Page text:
VH 25 july 13The picture seemed to be taking shape, the result of more paint and looking on his part. I did like what I saw. I had painted some self-portraits in the past, but, in addition to being mirror images (backwards because of the use of mirrors) that were nowhere as good as Stephen’s painting. What is the idea of portraiture? Flatter the sitter? Record what someone looks like for history? Stop a moment in time both for the sitter and viewer? Perhaps all of these things, but great portraiture is something more. I brought the subject up while we were still drinking our coffee. “ What do you think of Goya’s portraits,” I asked, “The funny ones of the royal family?” “He was a good enough painter to get away it,” he answered, “ They are honest pictures of real people even if they were the King and Queen.” “Not at all like Velazquez’s paintings of Philip IV,” I said, “In reality, Philip was drop dead ugly.” “But, they were nonetheless beautiful paintings,” he countered. Hard to argue that. So portraits can be truthful or flattering and still be great art. It is the artist who makes the difference and not the subject. “How about Lucian Freud’s portrait of the Queen?” Stephen said. I had to agree that it is an official painting of the Queen that I am sure most of her loyal subjects hate, but it would be interesting to know what she thinks.

virgil himselfBack sitting for my sitting my ‘official’ portrait and thinking what future generations might think: “Now there is an ugly man.” or “The painter did best he could having what he had to contend with.” I really hope that young women would say: “Now, there is a handsome fellow, if he were not dead, I would fall in love with him.” I guess that I will have to leave the results to Stephen as love after you are dead is a moot point. “Stephen, you must be careful. I have got my vanity to think about,” I said, not wanting to be like the subject of a Freud portrait where it is a great painting, but the subject is to be pitied. “Not to worry,” he said, “I paint them the way I see them.” Not sure that was the answer that I wanted, we continued with our conversation about painting and, in particular, portraiture. “You know someone else I like is Graham Sutherland. There are a bunch of his portraits in the Beaverbrook (Gallery in Fredericton, New Brunswick),” he said, “I first saw them when I was very young on school outing to the gallery.” “Yes, there are are a lot of studies for his portraits as well. I really like the drawings of hands,” I said. “Me too,” he said, “ Sutherland got into a lot of trouble for his portrait of Churchill. Winnie did like the painting very much. I think that he destroyed it.” “ Rather like Freud’s painting of the queen, but, at least, it still in one piece. I think some of studies for the Churchill painting are at the Beaverbrook,” I added.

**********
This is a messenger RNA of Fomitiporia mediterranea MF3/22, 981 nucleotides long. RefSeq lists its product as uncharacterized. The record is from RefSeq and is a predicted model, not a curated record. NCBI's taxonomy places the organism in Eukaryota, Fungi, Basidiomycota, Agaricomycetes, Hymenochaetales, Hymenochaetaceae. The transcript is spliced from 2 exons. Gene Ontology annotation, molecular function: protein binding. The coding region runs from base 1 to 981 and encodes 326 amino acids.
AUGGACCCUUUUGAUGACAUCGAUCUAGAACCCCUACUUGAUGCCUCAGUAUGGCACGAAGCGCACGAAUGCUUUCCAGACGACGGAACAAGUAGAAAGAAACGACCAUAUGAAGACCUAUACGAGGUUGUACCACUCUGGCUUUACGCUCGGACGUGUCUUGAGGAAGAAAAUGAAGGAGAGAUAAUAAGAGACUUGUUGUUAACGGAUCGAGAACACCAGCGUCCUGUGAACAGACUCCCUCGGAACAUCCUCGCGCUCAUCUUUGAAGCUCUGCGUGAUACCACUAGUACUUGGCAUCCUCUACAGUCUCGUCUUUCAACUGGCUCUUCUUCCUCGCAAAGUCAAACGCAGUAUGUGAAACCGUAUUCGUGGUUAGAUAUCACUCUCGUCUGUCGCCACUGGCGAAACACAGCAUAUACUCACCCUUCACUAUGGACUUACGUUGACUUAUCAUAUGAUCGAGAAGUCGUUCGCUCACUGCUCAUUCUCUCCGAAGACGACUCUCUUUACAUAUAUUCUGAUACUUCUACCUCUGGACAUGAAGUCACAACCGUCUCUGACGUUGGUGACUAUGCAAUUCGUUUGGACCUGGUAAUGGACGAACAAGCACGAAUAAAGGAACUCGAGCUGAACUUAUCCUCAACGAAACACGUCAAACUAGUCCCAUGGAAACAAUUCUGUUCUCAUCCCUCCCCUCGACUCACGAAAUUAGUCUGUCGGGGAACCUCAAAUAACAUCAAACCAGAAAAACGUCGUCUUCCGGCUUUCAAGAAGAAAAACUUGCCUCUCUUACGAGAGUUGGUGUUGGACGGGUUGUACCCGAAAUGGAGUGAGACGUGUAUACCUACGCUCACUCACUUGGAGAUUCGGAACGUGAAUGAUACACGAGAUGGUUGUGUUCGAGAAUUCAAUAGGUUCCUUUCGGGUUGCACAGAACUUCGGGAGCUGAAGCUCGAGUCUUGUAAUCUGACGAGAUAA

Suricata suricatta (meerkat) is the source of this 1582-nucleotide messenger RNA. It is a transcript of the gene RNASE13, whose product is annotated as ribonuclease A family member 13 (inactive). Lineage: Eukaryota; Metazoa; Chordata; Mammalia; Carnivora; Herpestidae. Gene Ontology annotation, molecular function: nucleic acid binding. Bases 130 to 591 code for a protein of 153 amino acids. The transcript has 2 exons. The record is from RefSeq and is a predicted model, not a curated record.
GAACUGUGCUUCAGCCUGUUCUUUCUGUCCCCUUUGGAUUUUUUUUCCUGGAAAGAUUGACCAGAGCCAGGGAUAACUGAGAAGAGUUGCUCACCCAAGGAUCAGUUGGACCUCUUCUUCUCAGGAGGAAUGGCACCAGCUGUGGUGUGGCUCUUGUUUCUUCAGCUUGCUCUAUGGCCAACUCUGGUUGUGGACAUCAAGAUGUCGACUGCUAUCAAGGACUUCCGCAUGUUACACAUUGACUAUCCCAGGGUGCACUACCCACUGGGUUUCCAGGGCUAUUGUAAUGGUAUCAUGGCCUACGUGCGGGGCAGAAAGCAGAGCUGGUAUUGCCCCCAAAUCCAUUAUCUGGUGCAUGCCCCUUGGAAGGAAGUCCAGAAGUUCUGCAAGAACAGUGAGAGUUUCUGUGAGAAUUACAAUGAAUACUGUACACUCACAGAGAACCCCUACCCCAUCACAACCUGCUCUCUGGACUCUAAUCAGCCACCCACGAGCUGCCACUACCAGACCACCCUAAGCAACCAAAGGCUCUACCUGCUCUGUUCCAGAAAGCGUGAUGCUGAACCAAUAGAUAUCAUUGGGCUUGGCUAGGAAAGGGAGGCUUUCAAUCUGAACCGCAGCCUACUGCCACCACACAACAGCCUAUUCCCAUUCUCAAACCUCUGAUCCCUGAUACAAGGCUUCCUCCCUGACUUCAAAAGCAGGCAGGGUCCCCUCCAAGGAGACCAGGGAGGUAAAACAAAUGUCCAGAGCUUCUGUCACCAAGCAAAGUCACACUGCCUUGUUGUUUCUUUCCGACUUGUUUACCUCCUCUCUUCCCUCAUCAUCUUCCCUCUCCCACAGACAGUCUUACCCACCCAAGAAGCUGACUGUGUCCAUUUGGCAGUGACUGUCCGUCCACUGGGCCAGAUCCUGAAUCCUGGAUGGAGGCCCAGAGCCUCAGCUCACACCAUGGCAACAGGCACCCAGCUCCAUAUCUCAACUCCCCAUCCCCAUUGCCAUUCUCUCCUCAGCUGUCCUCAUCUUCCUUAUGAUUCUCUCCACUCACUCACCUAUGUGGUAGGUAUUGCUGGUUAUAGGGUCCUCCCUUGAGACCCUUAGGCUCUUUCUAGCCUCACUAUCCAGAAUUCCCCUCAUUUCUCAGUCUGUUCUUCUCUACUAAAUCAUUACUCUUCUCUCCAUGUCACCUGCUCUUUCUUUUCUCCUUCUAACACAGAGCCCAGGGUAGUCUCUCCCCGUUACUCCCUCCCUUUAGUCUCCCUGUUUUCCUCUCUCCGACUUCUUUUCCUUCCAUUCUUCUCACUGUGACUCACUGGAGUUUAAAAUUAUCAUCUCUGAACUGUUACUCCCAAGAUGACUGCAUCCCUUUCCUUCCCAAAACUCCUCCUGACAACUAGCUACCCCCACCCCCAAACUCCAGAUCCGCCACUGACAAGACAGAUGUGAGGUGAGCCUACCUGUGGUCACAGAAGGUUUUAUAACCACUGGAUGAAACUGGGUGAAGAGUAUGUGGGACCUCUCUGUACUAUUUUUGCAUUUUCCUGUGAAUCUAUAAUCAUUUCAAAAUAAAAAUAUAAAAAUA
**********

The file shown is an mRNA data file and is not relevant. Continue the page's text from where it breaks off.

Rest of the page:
“There is certainly the question of control when it comes to portraiture–the sitter or the painter,” I said, “ Conventional thinking might say, he who pays the piper calls the tune.” I told Stephen that I was thinking in terms of commissions like those for university presidents and C.E.O.s. rather than the kind of thing that we were doing now. “I know I would have a hard time with something like that,” he said, “I am likely too set in my ways.” “I think if you are good enough and, I believe that you are, that sitter will let you do what needs to be done,” I said, “The Queen didn’t tell Freud what to do and, for that matter, neither did Churchill tell Sutherland how he should paint. Mind you, he did trash the work.” “Of course, Churchill was an amateur painter and likely thought himself an amateur art critic as well,” Stephen said. “But, so was Hitler,” I added. On that note, we decided to call it day. “How about Ducky’s for beer?” he said. “Sounds like a plan,” I replied.

© Virgil Hammock, Sackville NB Canada, Monday, 9 September, 2013.


  1. Getting there man. Incredible.

  2. I enjoy the conversation about the art almost as much as I enjoy the artwork, itself. Take your time, gentlemen, we don’t want this collaboration to end any time too soon!

    • Don’t worry, it should go to over twenty posts.